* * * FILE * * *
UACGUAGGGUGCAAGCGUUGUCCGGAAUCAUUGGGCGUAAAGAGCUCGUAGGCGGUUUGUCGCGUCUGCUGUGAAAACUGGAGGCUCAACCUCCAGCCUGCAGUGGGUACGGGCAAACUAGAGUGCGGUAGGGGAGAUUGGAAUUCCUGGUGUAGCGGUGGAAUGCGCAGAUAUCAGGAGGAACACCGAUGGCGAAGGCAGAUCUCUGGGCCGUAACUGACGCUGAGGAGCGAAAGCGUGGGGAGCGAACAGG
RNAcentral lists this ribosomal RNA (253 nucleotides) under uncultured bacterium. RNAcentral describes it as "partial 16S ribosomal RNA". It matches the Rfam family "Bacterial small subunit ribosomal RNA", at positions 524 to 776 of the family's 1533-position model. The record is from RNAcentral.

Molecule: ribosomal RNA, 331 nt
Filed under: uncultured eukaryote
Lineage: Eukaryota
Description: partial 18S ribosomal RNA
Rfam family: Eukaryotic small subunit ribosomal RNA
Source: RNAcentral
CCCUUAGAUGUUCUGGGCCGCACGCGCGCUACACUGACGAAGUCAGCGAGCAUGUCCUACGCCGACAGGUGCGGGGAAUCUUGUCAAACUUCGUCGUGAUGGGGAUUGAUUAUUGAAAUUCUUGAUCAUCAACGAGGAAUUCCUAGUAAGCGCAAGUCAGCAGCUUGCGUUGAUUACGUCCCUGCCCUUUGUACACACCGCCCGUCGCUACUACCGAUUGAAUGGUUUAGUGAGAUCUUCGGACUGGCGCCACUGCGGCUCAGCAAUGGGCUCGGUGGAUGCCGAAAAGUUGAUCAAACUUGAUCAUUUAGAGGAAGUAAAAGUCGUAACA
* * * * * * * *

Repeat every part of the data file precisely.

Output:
UACGUAGGGUGCAAGCGUUGUCCGGAAUCAUUGGGCGUAAAGAGCUCGUAGGCGGUUUGUCGCGUCUGCUGUGAAAACUGGAGGCUCAACCUCCAGCCUGCAGUGGGUACGGGCAAACUAGAGUGCGGUAGGGGAGAUUGGAAUUCCUGGUGUAGCGGUGGAAUGCGCAGAUAUCAGGAGGAACACCGAUGGCGAAGGCAGAUCUCUGGGCCGUAACUGACGCUGAGGAGCGAAAGCGUGGGGAGCGAACAGG
RNAcentral lists this ribosomal RNA (253 nucleotides) under uncultured bacterium. RNAcentral describes it as "partial 16S ribosomal RNA". It matches the Rfam family "Bacterial small subunit ribosomal RNA", at positions 524 to 776 of the family's 1533-position model. The record is from RNAcentral.

Molecule: ribosomal RNA, 331 nt
Filed under: uncultured eukaryote
Lineage: Eukaryota
Description: partial 18S ribosomal RNA
Rfam family: Eukaryotic small subunit ribosomal RNA
Source: RNAcentral
CCCUUAGAUGUUCUGGGCCGCACGCGCGCUACACUGACGAAGUCAGCGAGCAUGUCCUACGCCGACAGGUGCGGGGAAUCUUGUCAAACUUCGUCGUGAUGGGGAUUGAUUAUUGAAAUUCUUGAUCAUCAACGAGGAAUUCCUAGUAAGCGCAAGUCAGCAGCUUGCGUUGAUUACGUCCCUGCCCUUUGUACACACCGCCCGUCGCUACUACCGAUUGAAUGGUUUAGUGAGAUCUUCGGACUGGCGCCACUGCGGCUCAGCAAUGGGCUCGGUGGAUGCCGAAAAGUUGAUCAAACUUGAUCAUUUAGAGGAAGUAAAAGUCGUAACA